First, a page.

Welcome to the Saudi Arabia focus edition of Law Update.
One of the key markets in the Middle East and North Africa (MENA) that continues to lead from the front is the Kingdom of Saudi Arabia (KSA). As the largest country in the Middle East and the 18th largest economy in the world, the progress KSA continues to make is underpinned by its Vision 2030 that envisions developing the country as an investment powerhouse and hub that ultimately connects Asia, Europe, and Africa. Given Saudi Arabia’s significance to the regional economy, our team of experts have prepared a range of pertinent articles that provide insights into new laws, regulations, and the legal landscape in the Kingdom.
This edition will provide you with an up-to-date guide on matters such as; the framework issued by the Saudi Central Bank on IT governance, the anti-corruption landscape under Vision 2030; we also provide practical tips for dispute avoidance. This is only a snapshot; there are many more articles within the KSA focus section for you to read, which we hope you will find valuable and enjoyable.Read the edition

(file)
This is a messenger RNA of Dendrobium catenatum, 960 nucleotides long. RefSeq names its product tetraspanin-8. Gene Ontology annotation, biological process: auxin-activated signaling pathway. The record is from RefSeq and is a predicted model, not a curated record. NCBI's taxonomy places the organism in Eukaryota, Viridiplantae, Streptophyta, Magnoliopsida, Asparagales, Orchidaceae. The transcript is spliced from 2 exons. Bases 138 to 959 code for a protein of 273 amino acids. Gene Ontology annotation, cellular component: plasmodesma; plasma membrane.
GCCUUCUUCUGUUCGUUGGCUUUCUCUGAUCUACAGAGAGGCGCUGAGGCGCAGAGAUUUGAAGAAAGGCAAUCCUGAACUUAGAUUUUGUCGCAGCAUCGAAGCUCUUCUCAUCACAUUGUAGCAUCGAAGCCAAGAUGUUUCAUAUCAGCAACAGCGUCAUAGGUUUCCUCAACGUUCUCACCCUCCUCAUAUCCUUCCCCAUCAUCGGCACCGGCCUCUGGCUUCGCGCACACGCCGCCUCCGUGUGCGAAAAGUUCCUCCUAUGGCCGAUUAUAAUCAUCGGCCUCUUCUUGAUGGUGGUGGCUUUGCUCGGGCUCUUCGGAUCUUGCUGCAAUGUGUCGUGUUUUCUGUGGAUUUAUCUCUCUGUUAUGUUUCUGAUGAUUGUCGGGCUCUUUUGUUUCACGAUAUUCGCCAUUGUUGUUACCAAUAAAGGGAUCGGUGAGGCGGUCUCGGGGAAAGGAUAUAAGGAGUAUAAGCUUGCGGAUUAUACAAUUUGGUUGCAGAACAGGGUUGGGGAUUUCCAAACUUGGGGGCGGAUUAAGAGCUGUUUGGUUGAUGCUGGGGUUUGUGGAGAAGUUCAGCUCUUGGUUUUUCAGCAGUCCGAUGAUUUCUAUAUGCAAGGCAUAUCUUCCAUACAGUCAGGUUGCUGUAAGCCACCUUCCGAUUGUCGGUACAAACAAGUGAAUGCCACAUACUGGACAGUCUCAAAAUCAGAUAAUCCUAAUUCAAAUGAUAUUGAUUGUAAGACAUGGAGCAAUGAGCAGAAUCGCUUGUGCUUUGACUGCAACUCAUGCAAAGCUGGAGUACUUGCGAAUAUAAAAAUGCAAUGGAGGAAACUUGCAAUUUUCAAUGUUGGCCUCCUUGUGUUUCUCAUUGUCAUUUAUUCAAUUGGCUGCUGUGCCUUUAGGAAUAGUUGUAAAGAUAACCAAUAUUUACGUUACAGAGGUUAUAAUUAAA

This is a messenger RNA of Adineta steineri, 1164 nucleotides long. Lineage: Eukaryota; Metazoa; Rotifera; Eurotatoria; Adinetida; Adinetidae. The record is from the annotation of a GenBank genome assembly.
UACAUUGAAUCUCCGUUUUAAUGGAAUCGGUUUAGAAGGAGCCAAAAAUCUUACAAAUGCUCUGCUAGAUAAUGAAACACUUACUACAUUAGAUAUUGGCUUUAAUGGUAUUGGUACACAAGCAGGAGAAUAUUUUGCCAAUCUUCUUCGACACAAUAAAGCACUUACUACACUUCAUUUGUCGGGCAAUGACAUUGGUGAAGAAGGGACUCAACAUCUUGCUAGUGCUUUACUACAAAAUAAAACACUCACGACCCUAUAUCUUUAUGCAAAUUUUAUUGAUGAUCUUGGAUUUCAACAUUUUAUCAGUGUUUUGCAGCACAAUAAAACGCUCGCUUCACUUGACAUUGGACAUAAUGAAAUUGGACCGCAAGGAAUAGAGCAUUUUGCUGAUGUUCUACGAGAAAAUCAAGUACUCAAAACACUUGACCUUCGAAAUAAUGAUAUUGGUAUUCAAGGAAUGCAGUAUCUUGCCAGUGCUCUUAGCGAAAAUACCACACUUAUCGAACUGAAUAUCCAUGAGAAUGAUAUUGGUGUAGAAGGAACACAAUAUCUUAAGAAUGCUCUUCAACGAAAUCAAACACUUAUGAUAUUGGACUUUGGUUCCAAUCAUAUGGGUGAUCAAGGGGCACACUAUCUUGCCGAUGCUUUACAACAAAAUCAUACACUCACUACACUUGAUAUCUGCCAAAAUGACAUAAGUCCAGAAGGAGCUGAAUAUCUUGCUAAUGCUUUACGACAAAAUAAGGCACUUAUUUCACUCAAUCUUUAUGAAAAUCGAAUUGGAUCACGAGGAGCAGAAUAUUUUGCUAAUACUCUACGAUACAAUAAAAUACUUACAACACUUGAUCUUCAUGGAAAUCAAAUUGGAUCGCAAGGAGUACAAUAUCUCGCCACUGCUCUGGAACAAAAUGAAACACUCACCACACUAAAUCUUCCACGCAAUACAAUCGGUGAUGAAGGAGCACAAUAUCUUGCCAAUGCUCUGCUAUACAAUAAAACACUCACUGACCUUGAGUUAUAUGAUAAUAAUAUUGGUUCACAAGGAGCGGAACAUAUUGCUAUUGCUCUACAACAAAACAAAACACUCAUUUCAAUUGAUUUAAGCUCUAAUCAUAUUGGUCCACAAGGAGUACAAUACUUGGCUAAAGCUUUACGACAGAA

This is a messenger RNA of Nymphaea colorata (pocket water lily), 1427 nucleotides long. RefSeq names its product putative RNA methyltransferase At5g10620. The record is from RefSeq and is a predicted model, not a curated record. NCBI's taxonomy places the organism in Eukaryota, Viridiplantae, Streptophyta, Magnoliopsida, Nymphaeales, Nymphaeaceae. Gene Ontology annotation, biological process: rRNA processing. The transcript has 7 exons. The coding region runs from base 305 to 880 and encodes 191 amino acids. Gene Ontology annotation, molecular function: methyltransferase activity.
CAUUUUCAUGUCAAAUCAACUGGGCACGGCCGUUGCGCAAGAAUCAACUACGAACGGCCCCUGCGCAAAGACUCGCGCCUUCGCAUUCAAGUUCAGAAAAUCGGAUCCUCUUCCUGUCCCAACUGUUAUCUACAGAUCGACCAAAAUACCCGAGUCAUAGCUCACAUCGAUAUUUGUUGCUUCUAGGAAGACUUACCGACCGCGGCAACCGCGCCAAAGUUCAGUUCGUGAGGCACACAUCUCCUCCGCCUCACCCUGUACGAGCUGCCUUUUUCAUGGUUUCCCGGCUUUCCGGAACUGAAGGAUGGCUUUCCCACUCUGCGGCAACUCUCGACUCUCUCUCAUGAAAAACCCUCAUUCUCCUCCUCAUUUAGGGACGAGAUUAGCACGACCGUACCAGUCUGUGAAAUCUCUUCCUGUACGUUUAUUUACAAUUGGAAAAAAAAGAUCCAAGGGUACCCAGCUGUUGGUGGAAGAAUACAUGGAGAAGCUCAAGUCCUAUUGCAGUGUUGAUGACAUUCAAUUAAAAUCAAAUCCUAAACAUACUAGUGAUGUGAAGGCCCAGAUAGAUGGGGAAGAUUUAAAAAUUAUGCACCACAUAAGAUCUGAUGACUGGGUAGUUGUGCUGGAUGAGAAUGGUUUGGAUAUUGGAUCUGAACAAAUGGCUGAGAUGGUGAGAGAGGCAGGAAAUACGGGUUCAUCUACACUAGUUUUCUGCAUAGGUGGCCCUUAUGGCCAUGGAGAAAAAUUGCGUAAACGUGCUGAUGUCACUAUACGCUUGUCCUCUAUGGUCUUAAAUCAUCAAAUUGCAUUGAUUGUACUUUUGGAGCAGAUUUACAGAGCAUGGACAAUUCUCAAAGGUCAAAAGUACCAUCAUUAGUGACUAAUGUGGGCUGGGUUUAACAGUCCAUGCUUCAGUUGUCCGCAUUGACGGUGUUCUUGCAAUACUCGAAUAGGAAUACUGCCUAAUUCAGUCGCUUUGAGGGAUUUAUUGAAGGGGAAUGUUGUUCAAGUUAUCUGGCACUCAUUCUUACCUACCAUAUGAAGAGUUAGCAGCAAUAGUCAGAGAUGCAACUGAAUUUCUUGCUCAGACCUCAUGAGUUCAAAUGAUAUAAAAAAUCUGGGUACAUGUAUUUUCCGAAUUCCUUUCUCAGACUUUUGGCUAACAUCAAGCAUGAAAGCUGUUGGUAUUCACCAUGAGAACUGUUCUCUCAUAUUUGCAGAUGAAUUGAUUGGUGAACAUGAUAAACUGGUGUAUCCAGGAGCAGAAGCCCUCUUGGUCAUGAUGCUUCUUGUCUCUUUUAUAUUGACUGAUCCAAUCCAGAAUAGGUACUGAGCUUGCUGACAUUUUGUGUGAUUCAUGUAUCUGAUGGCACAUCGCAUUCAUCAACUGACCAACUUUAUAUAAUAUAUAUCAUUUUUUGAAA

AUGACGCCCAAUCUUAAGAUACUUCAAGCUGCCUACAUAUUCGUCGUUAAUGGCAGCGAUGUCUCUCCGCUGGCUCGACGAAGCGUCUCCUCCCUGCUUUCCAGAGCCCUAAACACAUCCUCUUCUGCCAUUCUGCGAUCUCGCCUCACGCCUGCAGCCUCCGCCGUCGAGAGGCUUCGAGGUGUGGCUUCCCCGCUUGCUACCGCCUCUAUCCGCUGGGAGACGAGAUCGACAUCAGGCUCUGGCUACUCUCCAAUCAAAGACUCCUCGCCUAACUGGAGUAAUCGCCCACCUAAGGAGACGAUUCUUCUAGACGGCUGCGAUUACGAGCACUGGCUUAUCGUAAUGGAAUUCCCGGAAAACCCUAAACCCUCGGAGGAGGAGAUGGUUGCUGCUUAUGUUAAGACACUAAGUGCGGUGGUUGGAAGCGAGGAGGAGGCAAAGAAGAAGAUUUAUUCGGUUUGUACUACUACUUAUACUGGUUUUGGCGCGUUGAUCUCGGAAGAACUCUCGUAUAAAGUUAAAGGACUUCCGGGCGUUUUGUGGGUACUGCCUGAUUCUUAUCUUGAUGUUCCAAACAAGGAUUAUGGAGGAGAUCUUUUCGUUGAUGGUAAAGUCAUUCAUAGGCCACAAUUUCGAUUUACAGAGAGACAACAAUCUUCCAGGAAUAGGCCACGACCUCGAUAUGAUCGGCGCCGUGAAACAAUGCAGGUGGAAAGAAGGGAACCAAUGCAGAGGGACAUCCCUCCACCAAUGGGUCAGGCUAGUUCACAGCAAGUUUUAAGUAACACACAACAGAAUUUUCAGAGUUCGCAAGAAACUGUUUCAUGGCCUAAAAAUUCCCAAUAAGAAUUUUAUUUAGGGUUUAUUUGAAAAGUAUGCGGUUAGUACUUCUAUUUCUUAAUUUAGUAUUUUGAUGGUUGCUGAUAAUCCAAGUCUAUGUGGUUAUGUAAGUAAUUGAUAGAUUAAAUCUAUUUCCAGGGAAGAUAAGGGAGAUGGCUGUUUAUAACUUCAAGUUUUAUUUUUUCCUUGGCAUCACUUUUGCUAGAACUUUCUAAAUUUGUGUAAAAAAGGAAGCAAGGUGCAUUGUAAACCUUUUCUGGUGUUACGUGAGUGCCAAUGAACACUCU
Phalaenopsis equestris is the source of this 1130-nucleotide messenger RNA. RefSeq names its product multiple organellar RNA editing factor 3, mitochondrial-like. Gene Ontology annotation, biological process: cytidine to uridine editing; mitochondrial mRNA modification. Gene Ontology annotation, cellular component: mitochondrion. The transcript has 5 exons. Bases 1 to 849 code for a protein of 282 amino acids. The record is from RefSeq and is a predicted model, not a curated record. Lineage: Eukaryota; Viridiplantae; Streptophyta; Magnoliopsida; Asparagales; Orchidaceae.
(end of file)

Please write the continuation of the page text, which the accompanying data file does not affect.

Natalie Jones - Senior Associate - Employment and Incentives
June – July 2015
In the Gulf Co-operation Council (“GCC”) countries governments have implemented state pension schemes for the benefit of their employed citizens. However, not all of those who are entitled to participate in the state pension schemes in their country are registered and therefore not all eligibale employees benefit from the scheme. Whilst there are a number of reasons for this the primary reason appears to be lack of knowledge about the statutory obligations by individuals and employers alike. This article seeks to set out the statutory obligations on employers and employees based in the United Arab Emirates (“UAE”). Different rules apply in the other GCC countries (and for UAE national employees working in Abu Dhabi).